Microsoft Academic

Summary

Microsoft Academic
Microsoft Research Homepage Screenshot.png
Type of site
Bibliographic database
OwnerMicrosoft
URLacademic.microsoft.com
RegistrationOptional
LaunchedFebruary 22, 2016; 5 years ago (2016-02-22)
Current statusActive

Microsoft Academic is a free public web search engine for academic publications and literature, developed by Microsoft Research. Re-launched in 2016, the tool features an entirely new data structure and search engine using semantic search technologies. It currently indexes over 220 million publications,[1] 88 million of which are journal articles.[1]

The Academic Knowledge API offers information retrieval from the underlying database using REST endpoints for advanced research purposes.[2] The search engine provides not only search results and access to sources but also citation information that include the number of sources, g-index, and h-index.[3] Aside from academic publications, it is also used to find websites that contain state and local records.[4]

The service replaces the earlier Microsoft research project, Microsoft Academic Search, which ended development in 2012.[5] The platform was developed in 2009 of the Microsoft Research branch in Asia and the project was headed by Zaiqing Nie.[6]

Preliminary reviews by bibliometricians suggest the new Microsoft Academic Search is a competitor to Google Scholar, Web of Science, and Scopus for academic research purposes[7][8] as well as citation analysis.[9][10][11]

See also

References

  1. ^ a b Microsoft Academic
  2. ^ Microsoft. "Academic Knowledge API". Retrieved 29 January 2017.
  3. ^ Thomas, C. George (2021). Research Methodology and Scientific Writing, Second Edition. Cham: Springer Nature. p. 241. ISBN 978-3-030-64864-0.
  4. ^ Parsons, Stephen P. (2019). Interviewing and Investigating: Essentials Skills for the Legal Professional. Frederick, MD: Wolters Kluwer Law & Business. p. 505. ISBN 978-1-5438-0107-1.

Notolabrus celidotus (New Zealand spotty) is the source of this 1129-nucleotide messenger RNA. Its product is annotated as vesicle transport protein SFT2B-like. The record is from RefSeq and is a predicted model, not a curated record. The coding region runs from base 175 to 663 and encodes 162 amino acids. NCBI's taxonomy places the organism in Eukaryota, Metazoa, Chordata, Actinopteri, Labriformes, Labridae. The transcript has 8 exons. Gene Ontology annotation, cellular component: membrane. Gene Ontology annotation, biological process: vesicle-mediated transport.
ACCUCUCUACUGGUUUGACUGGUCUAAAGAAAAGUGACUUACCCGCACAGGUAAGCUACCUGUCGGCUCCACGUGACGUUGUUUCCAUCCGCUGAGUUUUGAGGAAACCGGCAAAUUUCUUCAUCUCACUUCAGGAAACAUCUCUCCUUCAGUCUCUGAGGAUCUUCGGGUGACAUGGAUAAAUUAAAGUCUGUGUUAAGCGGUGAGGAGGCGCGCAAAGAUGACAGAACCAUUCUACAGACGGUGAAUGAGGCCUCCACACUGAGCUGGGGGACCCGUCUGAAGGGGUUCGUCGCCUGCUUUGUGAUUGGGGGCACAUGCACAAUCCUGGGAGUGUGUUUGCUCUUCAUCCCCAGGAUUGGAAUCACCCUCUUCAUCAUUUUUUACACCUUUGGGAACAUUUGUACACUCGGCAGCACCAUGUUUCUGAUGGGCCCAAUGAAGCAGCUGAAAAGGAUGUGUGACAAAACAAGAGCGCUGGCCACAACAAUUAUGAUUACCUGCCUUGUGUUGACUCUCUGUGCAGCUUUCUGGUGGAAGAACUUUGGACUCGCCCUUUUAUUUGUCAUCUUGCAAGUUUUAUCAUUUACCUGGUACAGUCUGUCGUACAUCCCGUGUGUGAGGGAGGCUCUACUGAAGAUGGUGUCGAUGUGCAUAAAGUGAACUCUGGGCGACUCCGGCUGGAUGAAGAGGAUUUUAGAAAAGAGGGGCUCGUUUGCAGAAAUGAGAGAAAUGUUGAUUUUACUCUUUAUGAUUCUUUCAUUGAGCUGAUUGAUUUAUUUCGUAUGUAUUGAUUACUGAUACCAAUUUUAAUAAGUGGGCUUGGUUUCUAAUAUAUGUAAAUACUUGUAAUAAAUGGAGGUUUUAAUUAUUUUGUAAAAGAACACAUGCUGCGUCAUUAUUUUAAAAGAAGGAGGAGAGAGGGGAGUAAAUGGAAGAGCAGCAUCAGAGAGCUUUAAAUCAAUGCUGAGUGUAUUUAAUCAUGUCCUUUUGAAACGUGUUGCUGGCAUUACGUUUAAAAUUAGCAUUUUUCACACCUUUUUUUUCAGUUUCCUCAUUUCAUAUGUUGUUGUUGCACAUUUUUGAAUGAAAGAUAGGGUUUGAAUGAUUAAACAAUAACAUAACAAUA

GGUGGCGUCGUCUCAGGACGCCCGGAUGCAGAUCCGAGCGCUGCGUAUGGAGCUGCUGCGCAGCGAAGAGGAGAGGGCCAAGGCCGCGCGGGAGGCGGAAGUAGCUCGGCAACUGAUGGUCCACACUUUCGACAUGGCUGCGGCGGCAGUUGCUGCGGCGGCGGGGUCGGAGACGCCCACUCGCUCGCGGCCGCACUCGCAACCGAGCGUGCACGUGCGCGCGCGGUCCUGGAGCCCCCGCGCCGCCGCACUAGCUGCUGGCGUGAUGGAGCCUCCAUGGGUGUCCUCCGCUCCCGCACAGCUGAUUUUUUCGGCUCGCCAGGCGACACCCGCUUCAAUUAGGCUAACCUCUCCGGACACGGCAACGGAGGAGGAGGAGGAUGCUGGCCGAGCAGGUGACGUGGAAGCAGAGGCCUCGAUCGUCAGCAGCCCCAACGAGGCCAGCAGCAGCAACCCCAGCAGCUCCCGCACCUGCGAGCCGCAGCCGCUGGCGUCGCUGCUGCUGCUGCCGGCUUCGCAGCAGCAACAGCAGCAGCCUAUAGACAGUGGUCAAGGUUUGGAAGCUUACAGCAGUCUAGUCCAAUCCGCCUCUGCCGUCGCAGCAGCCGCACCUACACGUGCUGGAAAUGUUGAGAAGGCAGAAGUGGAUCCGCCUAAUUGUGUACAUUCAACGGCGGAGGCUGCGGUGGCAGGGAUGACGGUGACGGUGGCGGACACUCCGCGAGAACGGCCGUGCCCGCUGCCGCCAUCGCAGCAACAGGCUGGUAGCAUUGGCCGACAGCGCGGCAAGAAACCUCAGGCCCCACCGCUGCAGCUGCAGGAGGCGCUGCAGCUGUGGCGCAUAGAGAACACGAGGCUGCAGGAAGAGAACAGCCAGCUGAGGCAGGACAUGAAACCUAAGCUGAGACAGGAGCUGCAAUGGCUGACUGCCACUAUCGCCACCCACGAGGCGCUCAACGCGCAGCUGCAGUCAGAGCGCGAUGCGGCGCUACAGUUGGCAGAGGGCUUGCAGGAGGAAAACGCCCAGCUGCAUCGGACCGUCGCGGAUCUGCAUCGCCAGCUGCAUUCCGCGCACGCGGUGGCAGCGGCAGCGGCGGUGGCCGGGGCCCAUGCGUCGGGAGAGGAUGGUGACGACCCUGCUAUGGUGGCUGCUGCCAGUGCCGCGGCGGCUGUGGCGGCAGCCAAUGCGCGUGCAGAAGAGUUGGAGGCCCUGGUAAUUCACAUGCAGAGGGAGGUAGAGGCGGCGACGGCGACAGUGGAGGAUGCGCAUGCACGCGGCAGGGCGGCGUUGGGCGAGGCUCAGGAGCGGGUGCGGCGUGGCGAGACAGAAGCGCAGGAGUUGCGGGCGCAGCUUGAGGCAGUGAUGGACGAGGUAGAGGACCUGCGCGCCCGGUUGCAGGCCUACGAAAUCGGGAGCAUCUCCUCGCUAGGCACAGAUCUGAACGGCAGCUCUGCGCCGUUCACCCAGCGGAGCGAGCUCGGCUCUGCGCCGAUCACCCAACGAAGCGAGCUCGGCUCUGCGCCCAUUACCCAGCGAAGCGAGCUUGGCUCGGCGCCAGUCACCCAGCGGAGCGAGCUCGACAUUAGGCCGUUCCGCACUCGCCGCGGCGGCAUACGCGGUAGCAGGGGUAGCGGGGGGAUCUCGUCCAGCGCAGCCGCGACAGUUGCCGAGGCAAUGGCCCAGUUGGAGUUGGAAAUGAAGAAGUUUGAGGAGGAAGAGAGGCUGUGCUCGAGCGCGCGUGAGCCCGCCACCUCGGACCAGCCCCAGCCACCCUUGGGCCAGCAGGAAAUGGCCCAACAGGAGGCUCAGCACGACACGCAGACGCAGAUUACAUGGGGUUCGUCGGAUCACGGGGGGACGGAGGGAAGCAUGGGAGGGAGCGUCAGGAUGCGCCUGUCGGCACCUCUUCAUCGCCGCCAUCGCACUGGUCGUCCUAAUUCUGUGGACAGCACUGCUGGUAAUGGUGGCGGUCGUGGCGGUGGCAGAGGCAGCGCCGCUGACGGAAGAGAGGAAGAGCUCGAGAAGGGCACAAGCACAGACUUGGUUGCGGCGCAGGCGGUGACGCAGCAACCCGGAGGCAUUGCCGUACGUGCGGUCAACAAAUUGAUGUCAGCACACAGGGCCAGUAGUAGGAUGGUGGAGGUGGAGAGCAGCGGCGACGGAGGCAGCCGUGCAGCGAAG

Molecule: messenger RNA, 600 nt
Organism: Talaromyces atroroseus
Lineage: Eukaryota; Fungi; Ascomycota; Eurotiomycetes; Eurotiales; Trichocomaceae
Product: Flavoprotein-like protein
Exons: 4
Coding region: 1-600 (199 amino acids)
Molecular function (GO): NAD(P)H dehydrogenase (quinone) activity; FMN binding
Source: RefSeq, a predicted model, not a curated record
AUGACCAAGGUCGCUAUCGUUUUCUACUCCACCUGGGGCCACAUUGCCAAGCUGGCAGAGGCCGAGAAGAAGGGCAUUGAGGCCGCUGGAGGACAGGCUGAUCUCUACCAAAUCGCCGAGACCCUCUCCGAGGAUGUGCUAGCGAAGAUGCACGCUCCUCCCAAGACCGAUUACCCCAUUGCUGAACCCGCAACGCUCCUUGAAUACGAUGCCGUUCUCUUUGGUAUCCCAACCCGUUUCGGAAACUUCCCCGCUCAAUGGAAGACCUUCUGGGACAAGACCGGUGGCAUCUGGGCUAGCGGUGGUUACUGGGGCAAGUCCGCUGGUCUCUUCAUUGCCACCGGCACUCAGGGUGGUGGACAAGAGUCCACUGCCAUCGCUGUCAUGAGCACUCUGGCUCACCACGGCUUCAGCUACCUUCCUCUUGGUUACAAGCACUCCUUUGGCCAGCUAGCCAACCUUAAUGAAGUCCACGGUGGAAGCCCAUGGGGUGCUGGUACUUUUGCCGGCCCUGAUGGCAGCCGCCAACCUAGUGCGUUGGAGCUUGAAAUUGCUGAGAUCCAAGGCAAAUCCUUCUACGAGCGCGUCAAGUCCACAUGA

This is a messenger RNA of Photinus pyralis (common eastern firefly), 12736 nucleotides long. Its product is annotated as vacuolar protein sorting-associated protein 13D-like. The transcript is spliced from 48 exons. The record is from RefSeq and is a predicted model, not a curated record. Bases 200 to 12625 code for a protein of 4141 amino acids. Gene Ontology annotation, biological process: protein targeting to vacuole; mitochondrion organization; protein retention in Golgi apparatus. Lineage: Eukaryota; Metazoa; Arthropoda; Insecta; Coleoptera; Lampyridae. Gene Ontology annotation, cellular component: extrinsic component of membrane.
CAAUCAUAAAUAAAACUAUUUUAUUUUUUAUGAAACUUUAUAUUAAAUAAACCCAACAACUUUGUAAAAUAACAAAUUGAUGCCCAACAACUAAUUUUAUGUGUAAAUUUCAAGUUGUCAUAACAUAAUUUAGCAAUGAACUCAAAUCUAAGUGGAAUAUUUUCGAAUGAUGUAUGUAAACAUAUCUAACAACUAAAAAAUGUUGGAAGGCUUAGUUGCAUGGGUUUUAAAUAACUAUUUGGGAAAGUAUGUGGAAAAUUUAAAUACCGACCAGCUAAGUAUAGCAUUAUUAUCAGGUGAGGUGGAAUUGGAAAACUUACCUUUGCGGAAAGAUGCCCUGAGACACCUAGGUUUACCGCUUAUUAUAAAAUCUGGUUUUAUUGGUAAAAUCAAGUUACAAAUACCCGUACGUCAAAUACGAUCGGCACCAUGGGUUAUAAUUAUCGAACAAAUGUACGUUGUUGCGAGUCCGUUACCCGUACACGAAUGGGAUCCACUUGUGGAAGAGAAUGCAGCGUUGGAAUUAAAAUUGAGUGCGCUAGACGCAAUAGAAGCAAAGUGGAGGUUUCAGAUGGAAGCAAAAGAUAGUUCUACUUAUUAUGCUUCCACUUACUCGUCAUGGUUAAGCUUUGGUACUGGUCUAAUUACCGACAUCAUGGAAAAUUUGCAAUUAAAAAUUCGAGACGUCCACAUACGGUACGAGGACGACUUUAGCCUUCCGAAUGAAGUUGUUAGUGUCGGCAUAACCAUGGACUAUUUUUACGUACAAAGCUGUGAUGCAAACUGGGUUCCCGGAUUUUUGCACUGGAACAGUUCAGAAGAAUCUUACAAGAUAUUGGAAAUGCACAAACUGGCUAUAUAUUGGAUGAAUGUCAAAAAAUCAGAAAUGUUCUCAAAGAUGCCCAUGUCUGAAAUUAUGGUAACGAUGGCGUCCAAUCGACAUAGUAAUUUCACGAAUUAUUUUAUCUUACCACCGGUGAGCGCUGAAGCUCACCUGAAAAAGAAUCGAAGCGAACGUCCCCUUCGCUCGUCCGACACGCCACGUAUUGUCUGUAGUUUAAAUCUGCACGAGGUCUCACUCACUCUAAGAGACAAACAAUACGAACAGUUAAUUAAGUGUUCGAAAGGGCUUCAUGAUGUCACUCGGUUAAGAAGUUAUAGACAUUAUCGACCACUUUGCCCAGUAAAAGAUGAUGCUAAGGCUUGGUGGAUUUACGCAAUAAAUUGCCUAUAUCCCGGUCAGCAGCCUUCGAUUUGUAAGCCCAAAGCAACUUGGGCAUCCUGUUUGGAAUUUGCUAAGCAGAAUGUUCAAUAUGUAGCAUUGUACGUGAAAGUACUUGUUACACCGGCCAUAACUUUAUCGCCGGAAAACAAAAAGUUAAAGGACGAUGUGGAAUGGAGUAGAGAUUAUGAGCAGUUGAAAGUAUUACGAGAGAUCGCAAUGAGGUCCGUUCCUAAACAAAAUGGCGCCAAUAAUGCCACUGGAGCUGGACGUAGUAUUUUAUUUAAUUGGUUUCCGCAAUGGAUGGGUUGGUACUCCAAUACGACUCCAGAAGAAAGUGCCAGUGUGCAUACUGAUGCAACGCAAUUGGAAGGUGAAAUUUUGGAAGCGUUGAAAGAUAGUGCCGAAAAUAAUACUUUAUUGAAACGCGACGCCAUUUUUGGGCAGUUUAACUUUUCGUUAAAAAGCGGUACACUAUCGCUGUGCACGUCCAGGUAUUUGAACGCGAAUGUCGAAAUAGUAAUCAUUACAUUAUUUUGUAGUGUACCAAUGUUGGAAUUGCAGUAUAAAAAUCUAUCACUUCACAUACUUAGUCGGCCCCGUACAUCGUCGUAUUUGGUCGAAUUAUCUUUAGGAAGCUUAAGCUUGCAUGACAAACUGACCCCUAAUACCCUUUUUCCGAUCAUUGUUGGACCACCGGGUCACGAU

5. ^ Van Noorden, Richard (20 May 2014). "The decline and fall of Microsoft Academic Search". blogs.nature.com. Nature. Retrieved 22 December 2016.
  6. ^ Ortega, Jose Luis (2014). Academic Search Engines: A Quantitative Outlook. Oxford: Elsevier. p. 71. ISBN 978-1-84334-791-0.
  7. ^ Harzing, Anne-Wil. "Microsoft Academic (Search): a Phoenix arisen from the ashes?" (PDF). Scientometrics. Retrieved 29 January 2017.
  8. ^ Hug, Sven E.; Braendle, Martin P. (2017). "The coverage of Microsoft Academic: Analyzing the publication output of a university". Scientometrics. 113 (3): 1551–1571. arXiv:1703.05539. Bibcode:2017arXiv170305539H. doi:10.1007/s11192-017-2535-3. S2CID 2458635.
  9. ^ Harzing, Anne-Wil; Alakangas, Satu. "Microsoft Academic: is the Phoenix getting wings ?" (PDF). Scientometrics. Retrieved 29 January 2017.
  10. ^ Hug, Sven E.; Ochsner, Michael; Braendle, Martin P. (2017). "Citation analysis with Microsoft Academic". Scientometrics. 111: 371–378. arXiv:1609.05354. doi:10.1007/s11192-017-2247-8. S2CID 14179411.
  11. ^ Haunschild, Robin; Hug, Sven E.; Braendle, Martin P.; Bornmann, Lutz (2017). "The number of linked references of publications in Microsoft Academic in comparison with the Web of Science". Scientometrics. 114: 367–370. arXiv:1710.04031. Bibcode:2017arXiv171004031H. doi:10.1007/s11192-017-2567-8. S2CID 21342104.

External links

  • Microsoft Academic website
  • Project description on Microsoft Research website